for the whites. The waves of population and civilization are rolling to
the westward, and we now propose to acquire the countries occupied by
the red men of the South and West by a fair exchange, and, at the
expense of the United States, to send them to a land where their
existence may be prolonged and perhaps made perpetual.
it will be painful to leave the graves of their fathers; but what do
they more than our ancestors did or than our children are now doing? To
better their condition in an unknown land our forefathers left all that
was dear in earthly objects. Our children by thousands yearly leave the
land of their birth to seek new homes in distant regions. Does Humanity
weep at these painful separations from every thing, animate and
inanimate, with which the young heart has become entwined? Far from it.
It is rather a source of joy that our country affords scope where our
young population may range unconstrained in body or in mind, developing
the power and faculties of man in their highest perfection."
Today, our universities have for decades been preoccupied with the faults of western civilization and the injuries that has inflicted upon other regions of the world, with the implication that history's course should certainly be held in place, if not reversed. And a great many Americans have come to regard their nation's founding and growth as a crime. I would suggest that it was almost impossible for an American of Jackson's age (born in 1767) to hold that view. They had experienced the Declaration of Independence, the Constitution, the Louisiana Purchase, and the formation of many new states. They saw all this as a great human experiment in which they were the leading actors. And when Jackson pointed out that Indian civilizations had warred against one another even to the point of extinction before the arrival of the Europeans, he was only speaking the truth. I shall let my readers make their own judgments about Jackson's words and actions, and how they fit into the whole history of the United States. But I do think today's US citizens might ask themselves if they truly repudiate what our ancestors did in creating the United States as it now is--keeping in mind that so many of us, white, black, brown and yellow, would never have existed had they not done so, since our ancestors would have been so unlikely to have met elsewhere.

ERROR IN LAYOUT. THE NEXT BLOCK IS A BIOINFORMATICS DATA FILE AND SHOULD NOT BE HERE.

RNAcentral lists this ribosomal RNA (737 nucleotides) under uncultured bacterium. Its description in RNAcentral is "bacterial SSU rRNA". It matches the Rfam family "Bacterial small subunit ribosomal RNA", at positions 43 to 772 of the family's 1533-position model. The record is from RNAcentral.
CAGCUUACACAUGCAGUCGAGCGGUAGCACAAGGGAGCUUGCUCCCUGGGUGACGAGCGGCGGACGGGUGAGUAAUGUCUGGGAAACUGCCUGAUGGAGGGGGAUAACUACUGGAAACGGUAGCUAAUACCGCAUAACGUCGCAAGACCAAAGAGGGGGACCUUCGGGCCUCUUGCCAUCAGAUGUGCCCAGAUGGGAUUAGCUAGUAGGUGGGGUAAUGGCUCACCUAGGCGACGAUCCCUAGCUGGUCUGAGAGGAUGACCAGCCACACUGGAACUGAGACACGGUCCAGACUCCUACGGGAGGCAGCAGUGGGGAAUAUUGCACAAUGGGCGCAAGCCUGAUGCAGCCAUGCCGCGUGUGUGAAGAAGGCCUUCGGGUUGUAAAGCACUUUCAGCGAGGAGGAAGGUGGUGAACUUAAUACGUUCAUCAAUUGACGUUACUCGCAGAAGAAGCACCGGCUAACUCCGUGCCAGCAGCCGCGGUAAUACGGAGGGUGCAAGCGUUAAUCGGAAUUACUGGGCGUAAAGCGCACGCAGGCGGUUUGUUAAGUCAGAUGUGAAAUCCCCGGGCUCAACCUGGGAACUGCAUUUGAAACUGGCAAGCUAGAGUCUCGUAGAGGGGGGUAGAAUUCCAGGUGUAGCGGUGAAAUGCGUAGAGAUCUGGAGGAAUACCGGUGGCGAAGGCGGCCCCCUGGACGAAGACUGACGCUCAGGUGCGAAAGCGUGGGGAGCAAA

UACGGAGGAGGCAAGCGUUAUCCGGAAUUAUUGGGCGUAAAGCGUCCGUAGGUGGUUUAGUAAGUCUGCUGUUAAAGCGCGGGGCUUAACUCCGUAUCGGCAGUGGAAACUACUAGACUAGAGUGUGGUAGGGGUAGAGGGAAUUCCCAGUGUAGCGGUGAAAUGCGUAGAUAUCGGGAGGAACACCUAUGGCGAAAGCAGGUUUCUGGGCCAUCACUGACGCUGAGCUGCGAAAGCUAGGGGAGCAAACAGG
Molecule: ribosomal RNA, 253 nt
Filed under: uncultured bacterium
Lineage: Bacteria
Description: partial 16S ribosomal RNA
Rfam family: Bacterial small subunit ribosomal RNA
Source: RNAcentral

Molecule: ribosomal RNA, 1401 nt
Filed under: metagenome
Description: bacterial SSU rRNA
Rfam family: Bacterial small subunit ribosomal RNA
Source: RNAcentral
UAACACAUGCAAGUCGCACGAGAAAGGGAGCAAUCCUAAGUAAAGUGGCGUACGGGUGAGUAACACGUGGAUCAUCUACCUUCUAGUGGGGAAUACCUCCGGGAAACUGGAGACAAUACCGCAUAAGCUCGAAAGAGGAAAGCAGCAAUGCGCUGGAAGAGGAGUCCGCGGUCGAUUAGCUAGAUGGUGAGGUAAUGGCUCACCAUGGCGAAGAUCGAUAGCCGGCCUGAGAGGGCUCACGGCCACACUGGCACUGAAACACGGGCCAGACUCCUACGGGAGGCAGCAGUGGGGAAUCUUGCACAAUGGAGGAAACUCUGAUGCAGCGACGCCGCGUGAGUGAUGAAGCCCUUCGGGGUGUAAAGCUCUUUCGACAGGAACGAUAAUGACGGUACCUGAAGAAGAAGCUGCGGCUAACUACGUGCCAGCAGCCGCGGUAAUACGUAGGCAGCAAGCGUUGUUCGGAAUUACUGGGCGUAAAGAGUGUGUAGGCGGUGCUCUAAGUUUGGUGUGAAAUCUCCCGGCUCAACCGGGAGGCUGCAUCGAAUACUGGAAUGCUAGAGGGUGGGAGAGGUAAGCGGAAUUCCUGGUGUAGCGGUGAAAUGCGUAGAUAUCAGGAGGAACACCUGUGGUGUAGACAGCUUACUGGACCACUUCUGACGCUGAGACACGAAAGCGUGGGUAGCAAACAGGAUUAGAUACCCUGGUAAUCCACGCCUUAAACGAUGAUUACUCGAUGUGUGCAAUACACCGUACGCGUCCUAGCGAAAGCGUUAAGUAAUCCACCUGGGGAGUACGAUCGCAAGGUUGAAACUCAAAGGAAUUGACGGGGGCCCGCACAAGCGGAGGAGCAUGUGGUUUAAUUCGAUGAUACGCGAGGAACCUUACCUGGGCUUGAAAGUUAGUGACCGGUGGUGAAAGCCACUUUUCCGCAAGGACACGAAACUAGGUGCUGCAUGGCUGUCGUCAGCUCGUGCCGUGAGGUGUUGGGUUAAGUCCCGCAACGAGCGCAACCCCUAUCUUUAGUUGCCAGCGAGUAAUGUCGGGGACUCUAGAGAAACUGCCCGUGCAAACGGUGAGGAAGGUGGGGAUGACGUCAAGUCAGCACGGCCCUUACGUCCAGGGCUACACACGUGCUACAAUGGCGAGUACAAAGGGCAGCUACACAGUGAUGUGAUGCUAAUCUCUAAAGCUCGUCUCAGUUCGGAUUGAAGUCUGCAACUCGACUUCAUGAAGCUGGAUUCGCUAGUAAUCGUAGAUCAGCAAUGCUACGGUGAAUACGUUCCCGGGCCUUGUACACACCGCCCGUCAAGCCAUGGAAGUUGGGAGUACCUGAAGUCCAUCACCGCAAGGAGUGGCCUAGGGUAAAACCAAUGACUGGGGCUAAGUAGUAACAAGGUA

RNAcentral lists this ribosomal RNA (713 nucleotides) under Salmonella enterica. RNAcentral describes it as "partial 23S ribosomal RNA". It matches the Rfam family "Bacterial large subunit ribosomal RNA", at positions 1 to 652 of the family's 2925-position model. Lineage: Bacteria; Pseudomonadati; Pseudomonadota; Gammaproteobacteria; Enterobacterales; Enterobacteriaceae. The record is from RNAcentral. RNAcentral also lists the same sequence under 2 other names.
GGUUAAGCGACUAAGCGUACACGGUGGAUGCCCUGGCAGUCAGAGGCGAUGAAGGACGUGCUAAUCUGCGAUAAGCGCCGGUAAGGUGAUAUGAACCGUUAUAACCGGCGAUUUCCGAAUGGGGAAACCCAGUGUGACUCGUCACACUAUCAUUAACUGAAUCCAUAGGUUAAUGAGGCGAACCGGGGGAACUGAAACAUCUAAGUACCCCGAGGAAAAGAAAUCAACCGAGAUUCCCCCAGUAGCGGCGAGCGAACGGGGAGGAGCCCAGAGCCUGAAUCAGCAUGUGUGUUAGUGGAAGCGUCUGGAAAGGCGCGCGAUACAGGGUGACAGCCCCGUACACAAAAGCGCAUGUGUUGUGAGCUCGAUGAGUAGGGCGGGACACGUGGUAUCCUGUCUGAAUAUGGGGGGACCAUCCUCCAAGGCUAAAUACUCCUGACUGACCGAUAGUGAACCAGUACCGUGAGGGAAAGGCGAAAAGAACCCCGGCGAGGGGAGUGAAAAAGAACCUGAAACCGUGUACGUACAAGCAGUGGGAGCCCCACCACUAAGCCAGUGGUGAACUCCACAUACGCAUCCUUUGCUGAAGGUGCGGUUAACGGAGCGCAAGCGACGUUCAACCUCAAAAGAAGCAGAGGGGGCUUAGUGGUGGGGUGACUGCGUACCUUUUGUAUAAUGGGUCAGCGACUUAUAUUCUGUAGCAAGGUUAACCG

I turn now to Jackson's most famous state paper, his veto of the renewal of the charter of the Bank of the United States in July 1832. The Bank enjoyed special privileges under the law that created it which turned it into the equivalent of a European central bank, and Jackson complained that it had used those privileges to accumulate enormous power over the banking system, and enormous wealth at the expense of ordinary Americans. He continued:
"It is to be regretted that the rich and
powerful too often bend the acts of government to their selfish
purposes. Distinctions in society will always exist under every just
government. Equality of talents, of education, or of wealth can not be
produced by human institutions. In the full enjoyment of the gifts of
Heaven and the fruits of superior industry, economy, and virtue, every
man is equally entitled to protection by law; but when the laws
undertake to add to these natural and just advantages artificial
distinctions, to grant titles, gratuities, and exclusive privileges, to
make the rich richer and the potent more powerful, the humble members of
society--the farmers, mechanics, and laborers--who have neither the
time nor the means of securing like favors to themselves, have a right
to complain of the injustice of their Government. There are no necessary
evils in government. Its evils exist only in its abuses. If it would
confine itself to equal protection, and, as Heaven does its rains,
shower its favors alike on the high and the low, the rich and the poor,
it would be an unqualified blessing. In the act before me there seems to
be a wide and unnecessary departure from these just principles."
It was this message, more than anything else, that established Jackson as the heir to the tradition of both political and economic democracy that was begun by Jefferson and elaborated upon by Wilson, Franklin Roosevelt, and Lyndon Johnson in the twentieth century. Today that tradition survives in Bernie Sanders and Elizabeth Warren--but they represent only one wing of the Democratic Party. Donald Trump, needless to say, is completely outside that tradition and he and the Republicans in Congress want to destroy it.
It will not have escaped the reader's attention, meanwhile, that Andrew Jackson possessed a command of the English language of which Donald Trump never dreamed, and that he took his duties as President of the world's leading republic with a seriousness of which Trump would never be capable. It has become fashionable to judge historical figures according to simple, binary moral standards, in which acts that even recognize, much less further, racism or sexism automatically mark men as evil. I have attempted to suggest that Andrew Jackson is one of many figures from our history to whom these rules do less than justice. And I have attempted to show clearly that any similarities between Trump and Andrew Jackson are far outweighed by enormous differences of political outlook and goals.